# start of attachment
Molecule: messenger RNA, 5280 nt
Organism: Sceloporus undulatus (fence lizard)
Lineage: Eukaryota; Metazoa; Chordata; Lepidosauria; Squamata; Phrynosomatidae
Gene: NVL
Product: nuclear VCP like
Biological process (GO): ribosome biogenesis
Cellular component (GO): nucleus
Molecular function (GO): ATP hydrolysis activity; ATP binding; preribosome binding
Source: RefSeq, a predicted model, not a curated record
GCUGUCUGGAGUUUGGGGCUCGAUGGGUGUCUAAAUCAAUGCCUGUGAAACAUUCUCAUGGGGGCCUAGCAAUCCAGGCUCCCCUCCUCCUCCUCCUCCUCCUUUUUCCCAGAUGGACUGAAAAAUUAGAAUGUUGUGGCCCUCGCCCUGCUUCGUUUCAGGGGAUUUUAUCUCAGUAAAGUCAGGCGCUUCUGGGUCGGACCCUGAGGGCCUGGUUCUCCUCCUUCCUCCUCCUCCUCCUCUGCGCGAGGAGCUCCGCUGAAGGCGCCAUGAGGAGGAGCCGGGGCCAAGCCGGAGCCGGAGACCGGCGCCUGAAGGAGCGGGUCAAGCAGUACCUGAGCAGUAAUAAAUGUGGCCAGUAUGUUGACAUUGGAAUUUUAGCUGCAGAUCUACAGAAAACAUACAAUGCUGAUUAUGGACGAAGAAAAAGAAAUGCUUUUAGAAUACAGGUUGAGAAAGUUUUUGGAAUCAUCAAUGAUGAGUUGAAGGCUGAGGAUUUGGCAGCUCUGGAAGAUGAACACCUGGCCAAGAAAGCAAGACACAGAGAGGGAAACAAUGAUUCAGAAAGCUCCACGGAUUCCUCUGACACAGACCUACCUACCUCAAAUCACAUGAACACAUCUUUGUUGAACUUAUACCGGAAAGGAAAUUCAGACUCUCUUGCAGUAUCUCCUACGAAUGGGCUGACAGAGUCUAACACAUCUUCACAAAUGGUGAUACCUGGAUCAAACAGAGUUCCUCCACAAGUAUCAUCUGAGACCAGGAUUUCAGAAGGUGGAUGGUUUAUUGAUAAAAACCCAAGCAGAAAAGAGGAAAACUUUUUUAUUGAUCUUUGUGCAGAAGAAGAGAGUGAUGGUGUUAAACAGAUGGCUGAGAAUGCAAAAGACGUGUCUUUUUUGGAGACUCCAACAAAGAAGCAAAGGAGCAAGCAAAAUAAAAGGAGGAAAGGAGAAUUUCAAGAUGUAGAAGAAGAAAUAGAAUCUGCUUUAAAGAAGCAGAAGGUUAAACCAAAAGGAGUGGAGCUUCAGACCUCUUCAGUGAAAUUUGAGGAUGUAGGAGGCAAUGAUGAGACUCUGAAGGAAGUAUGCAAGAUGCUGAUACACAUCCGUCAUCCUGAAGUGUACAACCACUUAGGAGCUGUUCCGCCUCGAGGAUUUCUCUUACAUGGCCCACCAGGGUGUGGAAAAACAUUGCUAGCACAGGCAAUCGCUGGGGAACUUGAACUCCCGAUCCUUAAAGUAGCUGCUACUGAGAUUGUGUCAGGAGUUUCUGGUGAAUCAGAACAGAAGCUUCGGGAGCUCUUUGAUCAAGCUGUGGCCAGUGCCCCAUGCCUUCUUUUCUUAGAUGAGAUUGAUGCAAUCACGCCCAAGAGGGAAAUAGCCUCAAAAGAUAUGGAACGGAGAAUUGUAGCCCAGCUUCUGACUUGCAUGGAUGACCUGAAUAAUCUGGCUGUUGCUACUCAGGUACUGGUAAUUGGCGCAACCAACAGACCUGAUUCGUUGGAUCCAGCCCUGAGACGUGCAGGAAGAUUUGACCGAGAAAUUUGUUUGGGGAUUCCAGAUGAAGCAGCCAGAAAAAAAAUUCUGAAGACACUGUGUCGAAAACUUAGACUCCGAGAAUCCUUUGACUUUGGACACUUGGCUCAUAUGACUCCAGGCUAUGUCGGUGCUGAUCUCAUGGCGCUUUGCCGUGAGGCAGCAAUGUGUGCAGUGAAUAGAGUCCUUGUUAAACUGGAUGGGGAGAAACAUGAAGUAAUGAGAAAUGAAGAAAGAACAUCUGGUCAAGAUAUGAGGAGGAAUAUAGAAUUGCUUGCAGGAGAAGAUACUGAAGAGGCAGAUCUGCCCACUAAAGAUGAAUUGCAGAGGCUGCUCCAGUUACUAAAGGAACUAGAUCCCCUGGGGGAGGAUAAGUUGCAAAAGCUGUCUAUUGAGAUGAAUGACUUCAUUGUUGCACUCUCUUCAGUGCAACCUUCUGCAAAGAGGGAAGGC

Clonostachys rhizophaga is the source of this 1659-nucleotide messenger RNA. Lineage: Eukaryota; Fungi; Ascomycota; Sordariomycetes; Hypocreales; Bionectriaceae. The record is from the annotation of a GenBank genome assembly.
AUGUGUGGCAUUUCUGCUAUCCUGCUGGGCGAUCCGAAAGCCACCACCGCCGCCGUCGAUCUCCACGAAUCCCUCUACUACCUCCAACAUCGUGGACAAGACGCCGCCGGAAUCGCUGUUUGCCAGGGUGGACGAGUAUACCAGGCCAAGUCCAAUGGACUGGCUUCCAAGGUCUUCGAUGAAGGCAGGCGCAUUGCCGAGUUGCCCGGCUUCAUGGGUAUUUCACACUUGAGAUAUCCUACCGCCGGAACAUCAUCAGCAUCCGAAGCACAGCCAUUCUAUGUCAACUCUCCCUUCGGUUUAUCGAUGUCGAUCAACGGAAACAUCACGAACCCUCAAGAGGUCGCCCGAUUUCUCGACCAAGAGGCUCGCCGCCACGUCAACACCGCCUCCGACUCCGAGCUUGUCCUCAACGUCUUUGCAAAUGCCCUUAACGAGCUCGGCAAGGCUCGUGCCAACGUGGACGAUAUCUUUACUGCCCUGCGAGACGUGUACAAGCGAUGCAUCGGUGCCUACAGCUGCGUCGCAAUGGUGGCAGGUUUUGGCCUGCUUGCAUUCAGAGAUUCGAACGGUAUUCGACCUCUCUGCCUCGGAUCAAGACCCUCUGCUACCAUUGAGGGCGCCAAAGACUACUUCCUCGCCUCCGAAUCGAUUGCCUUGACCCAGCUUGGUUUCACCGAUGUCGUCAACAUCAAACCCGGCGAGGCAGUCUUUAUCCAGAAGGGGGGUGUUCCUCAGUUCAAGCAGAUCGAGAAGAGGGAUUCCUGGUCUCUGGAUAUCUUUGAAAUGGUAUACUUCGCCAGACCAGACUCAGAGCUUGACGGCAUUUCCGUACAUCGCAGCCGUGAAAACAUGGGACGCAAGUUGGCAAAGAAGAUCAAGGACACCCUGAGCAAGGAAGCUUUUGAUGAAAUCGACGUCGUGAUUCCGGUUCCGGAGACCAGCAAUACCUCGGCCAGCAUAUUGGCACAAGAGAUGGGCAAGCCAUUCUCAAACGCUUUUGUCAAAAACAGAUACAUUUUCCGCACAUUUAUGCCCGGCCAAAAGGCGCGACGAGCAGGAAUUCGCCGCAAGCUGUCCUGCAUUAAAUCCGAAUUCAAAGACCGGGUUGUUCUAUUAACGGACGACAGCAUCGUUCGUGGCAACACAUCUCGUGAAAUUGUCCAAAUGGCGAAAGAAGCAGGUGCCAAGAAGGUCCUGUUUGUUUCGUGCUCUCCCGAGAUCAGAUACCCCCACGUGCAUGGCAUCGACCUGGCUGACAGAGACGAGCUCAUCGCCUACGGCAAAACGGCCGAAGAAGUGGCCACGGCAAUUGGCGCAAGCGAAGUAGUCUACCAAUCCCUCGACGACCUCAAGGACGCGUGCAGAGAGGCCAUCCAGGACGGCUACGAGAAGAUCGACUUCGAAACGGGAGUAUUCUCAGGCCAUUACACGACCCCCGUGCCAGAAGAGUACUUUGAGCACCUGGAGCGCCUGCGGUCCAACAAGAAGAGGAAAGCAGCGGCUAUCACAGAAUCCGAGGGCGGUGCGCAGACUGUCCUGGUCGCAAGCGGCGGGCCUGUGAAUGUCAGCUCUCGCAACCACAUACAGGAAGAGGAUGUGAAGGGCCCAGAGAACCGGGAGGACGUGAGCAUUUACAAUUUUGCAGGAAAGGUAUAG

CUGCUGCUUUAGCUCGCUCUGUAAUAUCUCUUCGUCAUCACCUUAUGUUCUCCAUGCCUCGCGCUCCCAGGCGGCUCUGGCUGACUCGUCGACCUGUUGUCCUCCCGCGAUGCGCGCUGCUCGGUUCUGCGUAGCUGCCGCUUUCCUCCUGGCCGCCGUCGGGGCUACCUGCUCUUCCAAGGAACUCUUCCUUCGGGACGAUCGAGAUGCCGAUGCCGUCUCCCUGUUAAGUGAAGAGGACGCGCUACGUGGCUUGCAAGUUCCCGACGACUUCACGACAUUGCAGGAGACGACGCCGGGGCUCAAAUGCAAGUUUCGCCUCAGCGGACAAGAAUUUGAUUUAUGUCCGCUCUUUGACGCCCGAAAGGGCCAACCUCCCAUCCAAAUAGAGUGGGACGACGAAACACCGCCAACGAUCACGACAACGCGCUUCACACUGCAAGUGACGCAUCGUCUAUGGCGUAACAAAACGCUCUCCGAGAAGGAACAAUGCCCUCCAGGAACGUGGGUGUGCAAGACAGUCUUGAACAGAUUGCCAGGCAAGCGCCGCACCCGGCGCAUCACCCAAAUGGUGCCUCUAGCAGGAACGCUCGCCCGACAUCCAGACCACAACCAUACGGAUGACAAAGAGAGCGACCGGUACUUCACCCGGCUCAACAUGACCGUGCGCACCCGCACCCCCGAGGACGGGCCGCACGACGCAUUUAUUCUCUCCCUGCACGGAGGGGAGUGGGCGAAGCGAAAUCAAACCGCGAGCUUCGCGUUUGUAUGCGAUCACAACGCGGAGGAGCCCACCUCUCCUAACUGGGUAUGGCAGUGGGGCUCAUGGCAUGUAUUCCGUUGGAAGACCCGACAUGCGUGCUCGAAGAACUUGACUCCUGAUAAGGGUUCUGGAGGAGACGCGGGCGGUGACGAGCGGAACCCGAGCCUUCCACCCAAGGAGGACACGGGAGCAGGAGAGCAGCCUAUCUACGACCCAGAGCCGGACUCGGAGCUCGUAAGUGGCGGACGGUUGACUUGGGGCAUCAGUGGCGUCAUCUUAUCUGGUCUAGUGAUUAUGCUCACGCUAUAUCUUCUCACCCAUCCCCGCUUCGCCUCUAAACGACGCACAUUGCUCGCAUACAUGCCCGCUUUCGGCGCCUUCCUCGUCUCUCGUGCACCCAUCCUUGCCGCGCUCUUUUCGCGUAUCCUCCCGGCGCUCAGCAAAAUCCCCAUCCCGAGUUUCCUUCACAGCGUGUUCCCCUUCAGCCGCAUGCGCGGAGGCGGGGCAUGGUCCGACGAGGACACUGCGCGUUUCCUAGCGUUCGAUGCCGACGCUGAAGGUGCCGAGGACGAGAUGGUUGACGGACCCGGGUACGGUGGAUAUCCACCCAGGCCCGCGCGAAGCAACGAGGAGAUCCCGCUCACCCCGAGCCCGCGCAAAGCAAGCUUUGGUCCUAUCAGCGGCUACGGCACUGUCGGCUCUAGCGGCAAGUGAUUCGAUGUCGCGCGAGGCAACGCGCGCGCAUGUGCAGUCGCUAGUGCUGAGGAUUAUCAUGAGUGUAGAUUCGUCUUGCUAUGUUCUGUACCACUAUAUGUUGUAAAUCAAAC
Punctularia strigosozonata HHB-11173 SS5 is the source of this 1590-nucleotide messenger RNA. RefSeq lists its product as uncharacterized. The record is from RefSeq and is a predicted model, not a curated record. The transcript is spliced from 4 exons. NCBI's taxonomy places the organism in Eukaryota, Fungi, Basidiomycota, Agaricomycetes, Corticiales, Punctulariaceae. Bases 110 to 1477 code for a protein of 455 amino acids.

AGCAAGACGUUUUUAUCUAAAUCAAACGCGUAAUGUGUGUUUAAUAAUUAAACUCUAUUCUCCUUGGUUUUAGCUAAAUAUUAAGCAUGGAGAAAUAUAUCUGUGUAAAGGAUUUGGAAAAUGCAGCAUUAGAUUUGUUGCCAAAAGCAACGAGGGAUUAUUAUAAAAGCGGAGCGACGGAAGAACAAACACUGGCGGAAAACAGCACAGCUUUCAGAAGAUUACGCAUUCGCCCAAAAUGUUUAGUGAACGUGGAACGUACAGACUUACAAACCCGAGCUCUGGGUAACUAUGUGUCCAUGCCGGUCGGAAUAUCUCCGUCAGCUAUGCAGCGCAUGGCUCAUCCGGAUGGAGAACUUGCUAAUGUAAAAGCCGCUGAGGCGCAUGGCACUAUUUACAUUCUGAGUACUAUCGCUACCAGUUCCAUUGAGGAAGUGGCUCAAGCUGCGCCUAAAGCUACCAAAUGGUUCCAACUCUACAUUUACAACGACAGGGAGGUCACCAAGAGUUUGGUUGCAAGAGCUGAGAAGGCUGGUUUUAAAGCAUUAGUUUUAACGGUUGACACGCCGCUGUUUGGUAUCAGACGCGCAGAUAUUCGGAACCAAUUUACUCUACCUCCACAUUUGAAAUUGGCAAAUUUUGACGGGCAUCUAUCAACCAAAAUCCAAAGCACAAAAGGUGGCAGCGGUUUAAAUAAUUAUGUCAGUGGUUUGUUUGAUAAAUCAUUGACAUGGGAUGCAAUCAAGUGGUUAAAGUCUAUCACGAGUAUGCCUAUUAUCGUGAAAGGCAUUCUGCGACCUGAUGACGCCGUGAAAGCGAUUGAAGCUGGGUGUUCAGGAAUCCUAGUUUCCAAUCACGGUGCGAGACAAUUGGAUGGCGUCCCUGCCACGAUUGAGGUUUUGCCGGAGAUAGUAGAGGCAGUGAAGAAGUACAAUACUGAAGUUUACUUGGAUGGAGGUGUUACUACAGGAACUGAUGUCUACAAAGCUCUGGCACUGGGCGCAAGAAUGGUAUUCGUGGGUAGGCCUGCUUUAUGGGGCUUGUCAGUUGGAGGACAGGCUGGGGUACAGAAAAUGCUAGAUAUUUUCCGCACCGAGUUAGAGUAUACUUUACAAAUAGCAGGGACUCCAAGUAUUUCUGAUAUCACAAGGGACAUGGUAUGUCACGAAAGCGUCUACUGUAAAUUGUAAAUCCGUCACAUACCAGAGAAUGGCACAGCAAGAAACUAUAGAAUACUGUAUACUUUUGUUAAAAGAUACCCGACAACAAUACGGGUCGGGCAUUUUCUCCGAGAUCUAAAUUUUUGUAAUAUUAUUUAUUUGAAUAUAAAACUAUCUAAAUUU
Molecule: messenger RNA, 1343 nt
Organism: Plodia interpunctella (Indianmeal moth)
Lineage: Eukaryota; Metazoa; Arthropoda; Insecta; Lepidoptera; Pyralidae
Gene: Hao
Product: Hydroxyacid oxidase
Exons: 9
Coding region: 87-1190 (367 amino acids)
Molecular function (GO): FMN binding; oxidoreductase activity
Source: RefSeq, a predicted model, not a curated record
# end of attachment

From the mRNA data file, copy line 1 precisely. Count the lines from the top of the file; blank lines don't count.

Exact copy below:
Molecule: messenger RNA, 5280 nt